By contrast, the argument from morality allows us to apply a principle (such as, “the initiation of violence is immoral”) to the question of whether welfare is “good.” Now all we have to do is determine whether the welfare programs in question involve the initiation of violence. In our analysis, we will eventually discover that government-run welfare programs are funded by the collection of taxes. Since taxes are taken from citizens against their will (coercively), and since government welfare programs require the collection of taxes, such welfare programs are only possible because of the coercion inherent in taxation. Government welfare programs are tainted by the violence of the taxes upon which they are based, and are therefore bad—even if their “expected outcome” is good.
Because of the complexities inherent in any system (but particularly in systems of human interaction), it is very difficult to predict the outcome of an action with certainty. The same forces that make weather patterns and economic trends so unpredictable are also at work in many other areas of our lives. We do not know whether treating a stranger with respect will result in a “good” outcome or a “bad” one, because we do not intimately know the details of his or her personality and history. We do not have any control over those things, but we do have control over how we behave in the interaction. Instead of guessing, we can choose to follow a principle.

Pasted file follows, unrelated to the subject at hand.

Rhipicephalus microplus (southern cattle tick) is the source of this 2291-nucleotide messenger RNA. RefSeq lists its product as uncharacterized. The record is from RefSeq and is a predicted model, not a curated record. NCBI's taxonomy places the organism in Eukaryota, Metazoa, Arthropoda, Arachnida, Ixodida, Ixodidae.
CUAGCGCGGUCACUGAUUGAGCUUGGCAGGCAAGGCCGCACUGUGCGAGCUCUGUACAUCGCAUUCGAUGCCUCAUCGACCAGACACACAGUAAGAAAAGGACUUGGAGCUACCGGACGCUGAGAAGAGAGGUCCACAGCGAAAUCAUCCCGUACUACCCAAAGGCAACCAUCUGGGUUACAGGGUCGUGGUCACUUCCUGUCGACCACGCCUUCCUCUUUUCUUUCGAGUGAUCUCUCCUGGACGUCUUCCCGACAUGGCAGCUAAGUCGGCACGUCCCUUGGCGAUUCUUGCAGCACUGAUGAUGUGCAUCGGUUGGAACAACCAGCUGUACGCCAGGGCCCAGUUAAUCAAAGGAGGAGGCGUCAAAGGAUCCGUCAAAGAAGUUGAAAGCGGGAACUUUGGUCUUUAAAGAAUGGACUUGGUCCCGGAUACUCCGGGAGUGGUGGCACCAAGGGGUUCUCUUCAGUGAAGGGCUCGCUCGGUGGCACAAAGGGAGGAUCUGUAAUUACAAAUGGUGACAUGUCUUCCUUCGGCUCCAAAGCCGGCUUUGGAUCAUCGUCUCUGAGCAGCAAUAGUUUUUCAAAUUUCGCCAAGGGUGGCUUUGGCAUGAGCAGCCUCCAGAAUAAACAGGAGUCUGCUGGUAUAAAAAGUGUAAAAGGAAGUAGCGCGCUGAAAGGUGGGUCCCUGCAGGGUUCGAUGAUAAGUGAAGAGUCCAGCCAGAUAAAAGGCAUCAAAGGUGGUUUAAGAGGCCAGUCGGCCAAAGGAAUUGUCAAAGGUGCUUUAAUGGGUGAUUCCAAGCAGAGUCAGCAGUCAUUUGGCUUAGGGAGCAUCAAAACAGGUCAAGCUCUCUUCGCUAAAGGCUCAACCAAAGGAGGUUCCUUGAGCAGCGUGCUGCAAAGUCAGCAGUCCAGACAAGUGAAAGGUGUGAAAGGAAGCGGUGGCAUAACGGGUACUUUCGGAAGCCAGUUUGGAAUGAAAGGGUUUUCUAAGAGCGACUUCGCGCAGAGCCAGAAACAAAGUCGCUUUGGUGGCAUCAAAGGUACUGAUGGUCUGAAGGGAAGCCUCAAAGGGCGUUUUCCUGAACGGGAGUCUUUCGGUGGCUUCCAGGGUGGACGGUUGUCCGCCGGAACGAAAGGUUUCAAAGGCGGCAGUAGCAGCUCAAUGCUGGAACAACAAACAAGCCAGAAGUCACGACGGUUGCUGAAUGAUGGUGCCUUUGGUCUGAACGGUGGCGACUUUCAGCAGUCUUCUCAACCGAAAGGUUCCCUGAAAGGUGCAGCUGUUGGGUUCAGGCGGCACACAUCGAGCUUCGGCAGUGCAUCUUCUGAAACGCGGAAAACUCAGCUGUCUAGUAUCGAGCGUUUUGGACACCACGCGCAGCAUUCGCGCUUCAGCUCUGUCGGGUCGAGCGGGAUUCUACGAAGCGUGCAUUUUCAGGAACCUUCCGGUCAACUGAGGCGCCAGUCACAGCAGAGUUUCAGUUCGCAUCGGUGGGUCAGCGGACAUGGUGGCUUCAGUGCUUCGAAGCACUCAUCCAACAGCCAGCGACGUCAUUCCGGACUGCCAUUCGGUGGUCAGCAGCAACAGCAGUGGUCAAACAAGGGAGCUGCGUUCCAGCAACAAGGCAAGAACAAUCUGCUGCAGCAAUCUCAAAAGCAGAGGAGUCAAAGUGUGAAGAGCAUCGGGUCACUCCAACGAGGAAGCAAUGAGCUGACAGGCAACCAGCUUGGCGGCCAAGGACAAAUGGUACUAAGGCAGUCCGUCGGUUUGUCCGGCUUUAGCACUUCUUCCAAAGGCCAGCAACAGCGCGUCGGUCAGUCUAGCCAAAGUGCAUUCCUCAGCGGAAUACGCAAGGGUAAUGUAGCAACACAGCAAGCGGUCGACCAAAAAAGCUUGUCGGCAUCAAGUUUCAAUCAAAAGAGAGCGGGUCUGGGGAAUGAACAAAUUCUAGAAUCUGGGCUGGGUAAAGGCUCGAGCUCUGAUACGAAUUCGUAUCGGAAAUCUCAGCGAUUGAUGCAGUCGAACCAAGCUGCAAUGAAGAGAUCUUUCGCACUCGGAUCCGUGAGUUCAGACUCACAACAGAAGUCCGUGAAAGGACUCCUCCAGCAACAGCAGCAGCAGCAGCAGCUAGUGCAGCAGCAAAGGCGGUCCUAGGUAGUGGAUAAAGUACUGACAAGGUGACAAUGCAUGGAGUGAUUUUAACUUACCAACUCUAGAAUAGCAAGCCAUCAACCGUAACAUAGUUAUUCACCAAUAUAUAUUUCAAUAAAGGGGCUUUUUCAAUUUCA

If we wish to be positive change makers in the world, we have to understand that change is only made by pursuing actions consistent with our desired goals. Gandhi’s much-cited but rarely followed aphorism “Be the change you want to see in the world” captures this truth perfectly. We cannot achieve our goals by pursuing their opposites. Peace cannot be achieved through war. If we wish to see more virtue in the world, no amount of complaining, voting, or violence will get us there. We bring virtue to the world by making ourselves more virtuous—by bringing honesty and respect to our relationships with our children, parents, and friends first. As these virtues radiate through our social networks, we will find that we see the change in the world which we have committed to be.
Thus in practice, no distinction can be made between ends and means. We cannot be violent and expect the world to become peaceful. We cannot be uncaring and expect the world to become empathetic. The ends do not “justify” the means. The ends are the means. The ends which we envision today will be the means by which we seek to achieve new ends tomorrow. We achieve our goals by implementing strategies consistent with those goals. But each day, those strategies are also goals, and the steps for achieving them must be consistent as well. “Ends” and “means” are divided arbitrarily by a distinction without a difference. There are no “ends” or “means.” There is only human action, and we would do well to make the most of it.